Four years ago, I was assigned in Kep for a big rural ICT project. Kep was a sleepy coastal town in the southernmost part of Cambodia. I lived there for 6months and during weekdays, I was busy with work, traveling from village to village spread across three communes in the district of Damnak Chang’eur. Weekends, however, was a different story. With no other means of entertainment, my husband and I took this opportunity to visit nearby communes and explore places that were rarely visited and were off-the-beaten track.
We found the sign (above) on the main road. On the right is a logo of UNDP Seila Project and, on the left, the Ministry of Tourism’s. We were convinced when we saw the logos and followed the trail. Some 45 minutes later, we were still nowhere near Phnom Chhngok cave. It was nearing noon, and hot and humid, and my butt was getting sore from the bumpy motorcycle ride. But we were glad we persisted in going. We stopped by to ask for directions with my sparse spoken-Khmer skills, had a chitchat for a bit, and enjoyed fresh coconut juice bought from a local roadside stall. The sight was a marvelous yellow and verdant green carpet of rice-field as far as our eyes could see. The coconut and palm trees, on the other hand, jutted out into the sky like skyscrapers. When we finally arrived at the place… we saw a limestone cave; small, but a beautiful one nonetheless. Inside it was chilly and there were stalactites and stalagmites here and there. But the main attraction there was the shrine (or remnants of what was once a shrine) inside the cave believed to be pre-Angkorian, around 1,500 years old. Some pictures on the way there can be found here at CambodiaMaps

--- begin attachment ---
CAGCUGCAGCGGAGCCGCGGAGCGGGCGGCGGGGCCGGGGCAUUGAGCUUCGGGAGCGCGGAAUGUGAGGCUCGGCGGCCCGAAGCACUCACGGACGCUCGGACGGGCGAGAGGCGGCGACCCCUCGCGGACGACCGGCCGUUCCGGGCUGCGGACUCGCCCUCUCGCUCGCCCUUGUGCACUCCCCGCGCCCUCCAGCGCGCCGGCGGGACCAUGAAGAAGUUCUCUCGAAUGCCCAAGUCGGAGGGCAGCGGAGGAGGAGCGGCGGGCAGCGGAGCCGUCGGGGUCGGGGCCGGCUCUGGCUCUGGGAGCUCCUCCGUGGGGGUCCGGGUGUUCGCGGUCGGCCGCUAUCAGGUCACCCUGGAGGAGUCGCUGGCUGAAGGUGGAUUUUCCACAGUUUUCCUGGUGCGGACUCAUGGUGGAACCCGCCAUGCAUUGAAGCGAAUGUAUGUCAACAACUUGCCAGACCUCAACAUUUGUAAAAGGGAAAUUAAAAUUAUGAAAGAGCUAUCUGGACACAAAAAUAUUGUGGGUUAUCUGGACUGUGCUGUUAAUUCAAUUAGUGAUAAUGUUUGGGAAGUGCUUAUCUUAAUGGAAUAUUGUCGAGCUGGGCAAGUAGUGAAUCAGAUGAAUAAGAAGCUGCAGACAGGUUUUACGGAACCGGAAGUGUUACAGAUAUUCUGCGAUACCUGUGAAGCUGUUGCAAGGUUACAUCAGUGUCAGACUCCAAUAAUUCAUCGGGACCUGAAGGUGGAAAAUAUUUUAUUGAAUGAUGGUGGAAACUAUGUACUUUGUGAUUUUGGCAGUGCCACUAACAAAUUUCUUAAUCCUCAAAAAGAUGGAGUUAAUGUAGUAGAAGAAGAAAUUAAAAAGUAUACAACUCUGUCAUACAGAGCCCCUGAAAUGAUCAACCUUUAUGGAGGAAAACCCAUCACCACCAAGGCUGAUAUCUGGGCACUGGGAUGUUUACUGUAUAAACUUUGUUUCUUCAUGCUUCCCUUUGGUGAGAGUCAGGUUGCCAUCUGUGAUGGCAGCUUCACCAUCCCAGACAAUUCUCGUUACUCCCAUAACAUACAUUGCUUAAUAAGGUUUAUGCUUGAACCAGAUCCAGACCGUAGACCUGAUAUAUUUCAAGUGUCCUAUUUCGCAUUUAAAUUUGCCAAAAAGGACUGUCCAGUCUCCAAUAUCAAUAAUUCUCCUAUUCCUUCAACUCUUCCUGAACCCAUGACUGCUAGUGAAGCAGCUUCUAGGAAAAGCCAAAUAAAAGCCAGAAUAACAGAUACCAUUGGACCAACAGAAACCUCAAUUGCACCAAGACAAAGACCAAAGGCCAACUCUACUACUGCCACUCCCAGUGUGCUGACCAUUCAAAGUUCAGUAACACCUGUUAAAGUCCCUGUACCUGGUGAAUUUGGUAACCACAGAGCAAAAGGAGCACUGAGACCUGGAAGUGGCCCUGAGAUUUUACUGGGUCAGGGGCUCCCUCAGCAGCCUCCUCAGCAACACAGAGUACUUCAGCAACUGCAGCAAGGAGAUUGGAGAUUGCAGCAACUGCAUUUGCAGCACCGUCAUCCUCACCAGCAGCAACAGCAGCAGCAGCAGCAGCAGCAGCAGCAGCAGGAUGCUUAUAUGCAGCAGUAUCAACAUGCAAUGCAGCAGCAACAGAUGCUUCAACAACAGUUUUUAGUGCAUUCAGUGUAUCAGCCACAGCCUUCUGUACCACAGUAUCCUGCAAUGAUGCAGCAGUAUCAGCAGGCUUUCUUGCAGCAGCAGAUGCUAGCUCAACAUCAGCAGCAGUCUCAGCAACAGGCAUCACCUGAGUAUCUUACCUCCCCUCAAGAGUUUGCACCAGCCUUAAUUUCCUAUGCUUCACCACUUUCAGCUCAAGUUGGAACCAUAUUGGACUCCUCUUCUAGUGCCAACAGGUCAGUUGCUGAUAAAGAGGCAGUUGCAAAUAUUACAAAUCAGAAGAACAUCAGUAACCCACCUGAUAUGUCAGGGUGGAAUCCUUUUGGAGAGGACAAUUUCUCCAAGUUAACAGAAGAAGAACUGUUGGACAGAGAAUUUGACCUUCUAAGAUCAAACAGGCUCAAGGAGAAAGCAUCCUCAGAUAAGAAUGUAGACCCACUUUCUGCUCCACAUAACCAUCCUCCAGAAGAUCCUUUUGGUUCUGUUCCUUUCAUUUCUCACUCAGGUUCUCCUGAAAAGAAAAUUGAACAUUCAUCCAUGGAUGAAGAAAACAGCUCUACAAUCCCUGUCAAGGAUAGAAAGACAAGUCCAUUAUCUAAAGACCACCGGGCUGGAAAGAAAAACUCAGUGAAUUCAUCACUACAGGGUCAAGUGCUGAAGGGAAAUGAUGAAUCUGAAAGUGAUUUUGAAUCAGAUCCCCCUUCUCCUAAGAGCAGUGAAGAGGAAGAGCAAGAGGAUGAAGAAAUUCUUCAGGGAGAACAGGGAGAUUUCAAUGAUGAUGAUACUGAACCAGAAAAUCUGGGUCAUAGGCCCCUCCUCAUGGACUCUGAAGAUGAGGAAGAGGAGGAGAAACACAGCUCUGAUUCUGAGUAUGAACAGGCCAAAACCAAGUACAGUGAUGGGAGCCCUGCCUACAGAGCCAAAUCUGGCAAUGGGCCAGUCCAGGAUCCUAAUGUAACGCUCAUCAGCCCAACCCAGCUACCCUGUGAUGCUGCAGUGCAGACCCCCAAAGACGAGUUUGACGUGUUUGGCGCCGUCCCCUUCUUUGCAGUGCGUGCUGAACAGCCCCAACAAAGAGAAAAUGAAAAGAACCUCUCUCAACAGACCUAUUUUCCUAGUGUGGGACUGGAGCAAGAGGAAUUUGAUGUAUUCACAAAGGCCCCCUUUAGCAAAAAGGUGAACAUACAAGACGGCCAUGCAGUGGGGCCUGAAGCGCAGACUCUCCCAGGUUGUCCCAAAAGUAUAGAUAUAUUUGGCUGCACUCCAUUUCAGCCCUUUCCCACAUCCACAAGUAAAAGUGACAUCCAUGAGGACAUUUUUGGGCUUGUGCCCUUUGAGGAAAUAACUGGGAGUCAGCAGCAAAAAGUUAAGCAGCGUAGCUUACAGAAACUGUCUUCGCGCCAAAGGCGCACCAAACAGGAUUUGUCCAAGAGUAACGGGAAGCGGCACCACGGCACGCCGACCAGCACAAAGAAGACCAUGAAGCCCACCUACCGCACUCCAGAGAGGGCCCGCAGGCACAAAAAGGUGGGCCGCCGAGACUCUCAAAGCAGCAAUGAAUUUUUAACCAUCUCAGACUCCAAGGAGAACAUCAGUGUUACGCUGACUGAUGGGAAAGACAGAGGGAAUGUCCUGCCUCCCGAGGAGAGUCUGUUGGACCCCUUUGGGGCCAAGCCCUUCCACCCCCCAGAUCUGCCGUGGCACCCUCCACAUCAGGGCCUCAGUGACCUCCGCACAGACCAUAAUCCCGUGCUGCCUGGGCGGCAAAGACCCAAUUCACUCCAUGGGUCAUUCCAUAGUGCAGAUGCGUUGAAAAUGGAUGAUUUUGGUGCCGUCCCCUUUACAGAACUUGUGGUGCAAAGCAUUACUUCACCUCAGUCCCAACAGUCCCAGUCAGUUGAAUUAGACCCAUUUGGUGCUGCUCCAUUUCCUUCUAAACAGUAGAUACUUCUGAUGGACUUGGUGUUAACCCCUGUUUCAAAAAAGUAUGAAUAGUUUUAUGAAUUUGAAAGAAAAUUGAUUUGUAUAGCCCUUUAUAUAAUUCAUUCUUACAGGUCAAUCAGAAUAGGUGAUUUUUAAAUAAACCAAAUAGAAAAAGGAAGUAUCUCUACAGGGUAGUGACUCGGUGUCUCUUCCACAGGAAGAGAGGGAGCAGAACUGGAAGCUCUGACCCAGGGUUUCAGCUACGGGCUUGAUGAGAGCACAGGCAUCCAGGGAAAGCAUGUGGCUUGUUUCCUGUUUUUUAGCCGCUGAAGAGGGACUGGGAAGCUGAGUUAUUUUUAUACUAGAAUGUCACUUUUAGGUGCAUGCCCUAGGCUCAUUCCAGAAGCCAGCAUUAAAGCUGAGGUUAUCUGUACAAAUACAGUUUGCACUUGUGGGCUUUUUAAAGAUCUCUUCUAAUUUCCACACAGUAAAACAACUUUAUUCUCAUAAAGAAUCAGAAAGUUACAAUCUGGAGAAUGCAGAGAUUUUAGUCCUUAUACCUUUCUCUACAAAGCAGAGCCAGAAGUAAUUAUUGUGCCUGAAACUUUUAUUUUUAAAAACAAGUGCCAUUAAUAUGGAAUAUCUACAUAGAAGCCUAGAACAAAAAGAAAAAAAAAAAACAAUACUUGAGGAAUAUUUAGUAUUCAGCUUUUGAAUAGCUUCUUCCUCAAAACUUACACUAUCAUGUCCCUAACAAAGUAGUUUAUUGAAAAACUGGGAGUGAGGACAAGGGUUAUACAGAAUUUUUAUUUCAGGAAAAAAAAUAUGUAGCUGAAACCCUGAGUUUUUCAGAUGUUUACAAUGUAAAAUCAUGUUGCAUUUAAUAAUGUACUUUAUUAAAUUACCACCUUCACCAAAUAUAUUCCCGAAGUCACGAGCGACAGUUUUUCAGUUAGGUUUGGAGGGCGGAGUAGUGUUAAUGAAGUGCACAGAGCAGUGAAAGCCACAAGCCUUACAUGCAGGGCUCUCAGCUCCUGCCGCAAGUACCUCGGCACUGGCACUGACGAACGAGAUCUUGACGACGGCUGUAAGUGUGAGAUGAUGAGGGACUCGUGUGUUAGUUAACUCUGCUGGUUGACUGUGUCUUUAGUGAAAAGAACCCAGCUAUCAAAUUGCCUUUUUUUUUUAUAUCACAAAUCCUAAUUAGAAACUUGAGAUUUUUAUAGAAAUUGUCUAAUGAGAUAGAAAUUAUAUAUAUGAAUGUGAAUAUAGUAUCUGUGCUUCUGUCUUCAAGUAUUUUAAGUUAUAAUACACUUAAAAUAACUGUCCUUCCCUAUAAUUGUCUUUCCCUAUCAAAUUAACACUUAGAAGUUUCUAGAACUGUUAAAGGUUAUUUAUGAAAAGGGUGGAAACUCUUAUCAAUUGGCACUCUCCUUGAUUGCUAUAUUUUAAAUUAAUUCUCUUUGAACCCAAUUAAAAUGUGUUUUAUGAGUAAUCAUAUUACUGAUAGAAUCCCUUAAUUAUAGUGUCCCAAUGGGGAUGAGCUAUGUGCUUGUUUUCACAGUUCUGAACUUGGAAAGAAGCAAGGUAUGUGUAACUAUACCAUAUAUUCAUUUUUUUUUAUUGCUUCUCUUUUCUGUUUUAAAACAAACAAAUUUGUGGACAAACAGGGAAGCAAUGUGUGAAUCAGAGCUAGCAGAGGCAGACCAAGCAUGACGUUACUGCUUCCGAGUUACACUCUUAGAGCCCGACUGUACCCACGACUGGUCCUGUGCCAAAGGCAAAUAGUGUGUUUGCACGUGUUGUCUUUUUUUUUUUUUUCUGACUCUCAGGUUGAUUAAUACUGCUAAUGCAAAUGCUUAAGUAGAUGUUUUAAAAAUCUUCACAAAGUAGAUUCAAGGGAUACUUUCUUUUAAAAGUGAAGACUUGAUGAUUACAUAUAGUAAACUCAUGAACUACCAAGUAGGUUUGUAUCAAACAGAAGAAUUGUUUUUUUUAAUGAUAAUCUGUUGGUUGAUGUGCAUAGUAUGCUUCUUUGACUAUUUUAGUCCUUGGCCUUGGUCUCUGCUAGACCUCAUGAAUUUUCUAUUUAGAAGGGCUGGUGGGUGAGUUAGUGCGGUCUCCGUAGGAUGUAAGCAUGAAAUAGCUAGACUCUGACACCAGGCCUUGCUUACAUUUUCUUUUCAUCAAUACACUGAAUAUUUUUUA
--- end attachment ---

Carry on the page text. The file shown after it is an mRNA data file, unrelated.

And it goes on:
By the way, there was no resort there at all.
For more signs around the world, check out the main site by clicking the logo below.